Marijuana in the Office - What Employers Need to Know



As marijuana is becoming increasingly used, medically and recreationally, employers are faced with the question of what their stance is on employees that consume cannabis, and if their workplace policies should be updated. Marijuana legalization can have a lasting effect on employers that enforce a drug-free workplace. Employers can be placed in a difficult situation, trying to avoid disability discrimination lawsuits from employees who use medical marijuana outside of the workspace.


Though marijuana is still illegal under federal law, many states have enacted laws that allow medical or recreational marijuana usage and protect patients from discrimination in employment based on their status as medical marijuana users. The number of states with said shifting laws are increasing. In November 2020, voters in 4 states (New Jersey, South Dakota, Montana, and Arizona) passed laws legalizing recreational marijuana.


While currently illegal in New York, Governor Cuomo vowed to prioritize this conversation and legalization in the new year. Until such time comes, employers in New York should understand that employees and applicants who are registered medical marijuana users are considered to be disabled shielded under the law. By deeming employees As such, these employees will have a stronger standing to sue in the event that they request an accommodation related to their status as a cannabis user and the employer unreasonably denies that request.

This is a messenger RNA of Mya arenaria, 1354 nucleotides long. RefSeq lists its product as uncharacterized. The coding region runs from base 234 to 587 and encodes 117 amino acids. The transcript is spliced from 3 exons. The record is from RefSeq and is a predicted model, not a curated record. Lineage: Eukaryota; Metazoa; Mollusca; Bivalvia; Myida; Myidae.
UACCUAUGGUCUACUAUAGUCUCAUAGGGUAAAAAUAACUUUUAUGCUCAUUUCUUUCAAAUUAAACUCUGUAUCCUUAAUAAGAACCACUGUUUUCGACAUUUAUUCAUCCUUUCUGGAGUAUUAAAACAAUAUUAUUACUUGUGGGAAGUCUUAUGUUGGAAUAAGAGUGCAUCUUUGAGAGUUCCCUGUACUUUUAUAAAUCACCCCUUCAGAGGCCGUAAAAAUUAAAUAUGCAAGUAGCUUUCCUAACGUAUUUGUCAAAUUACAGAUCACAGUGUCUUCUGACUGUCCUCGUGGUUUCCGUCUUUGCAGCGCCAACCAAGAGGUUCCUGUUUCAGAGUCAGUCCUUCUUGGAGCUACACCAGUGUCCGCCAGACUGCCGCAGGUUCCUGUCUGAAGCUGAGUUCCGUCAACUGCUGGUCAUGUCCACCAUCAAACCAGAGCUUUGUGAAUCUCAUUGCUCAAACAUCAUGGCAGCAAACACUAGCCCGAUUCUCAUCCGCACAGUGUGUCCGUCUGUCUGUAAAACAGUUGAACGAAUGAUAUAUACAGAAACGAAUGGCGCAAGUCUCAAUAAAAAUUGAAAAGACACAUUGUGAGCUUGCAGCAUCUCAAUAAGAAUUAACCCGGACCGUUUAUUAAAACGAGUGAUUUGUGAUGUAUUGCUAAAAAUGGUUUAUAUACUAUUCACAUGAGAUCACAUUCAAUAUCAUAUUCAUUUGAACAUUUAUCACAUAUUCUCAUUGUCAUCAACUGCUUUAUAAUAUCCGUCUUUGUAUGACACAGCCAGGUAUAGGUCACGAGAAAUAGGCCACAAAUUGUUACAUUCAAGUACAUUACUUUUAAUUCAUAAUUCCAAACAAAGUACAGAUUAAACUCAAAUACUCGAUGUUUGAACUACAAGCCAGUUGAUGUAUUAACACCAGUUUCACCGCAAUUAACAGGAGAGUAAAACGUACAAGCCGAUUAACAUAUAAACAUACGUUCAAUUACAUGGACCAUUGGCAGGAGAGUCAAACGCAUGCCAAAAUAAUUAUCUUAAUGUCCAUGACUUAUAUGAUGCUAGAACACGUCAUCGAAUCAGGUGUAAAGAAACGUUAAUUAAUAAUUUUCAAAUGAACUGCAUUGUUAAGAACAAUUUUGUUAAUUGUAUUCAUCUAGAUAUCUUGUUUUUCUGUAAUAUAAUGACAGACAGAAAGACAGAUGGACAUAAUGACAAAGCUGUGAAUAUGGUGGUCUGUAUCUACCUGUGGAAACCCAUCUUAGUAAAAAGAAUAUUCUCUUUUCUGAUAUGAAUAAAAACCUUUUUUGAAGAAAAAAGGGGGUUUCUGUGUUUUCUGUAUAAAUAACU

For employers that want to adhere to zero-tolerance drug policies, the law:

  • Does not allow employees to consume marijuana at work;

  • Does not protect employees who are impaired from marijuana while on duty;

  • Does not allow federal employees to consume medical marijuana as it is still illegal under federal law and therefore not recognized by the Americans with Disabilities Act.

Employers in states where marijuana is legal (to any extent) should consult experienced employment law counsel before refusing to hire, terminating, or changing any terms or conditions of an employee’s job because of off-duty medical or recreational marijuana use.


If you have any additional questions, please reach out to our designated HR advisor.

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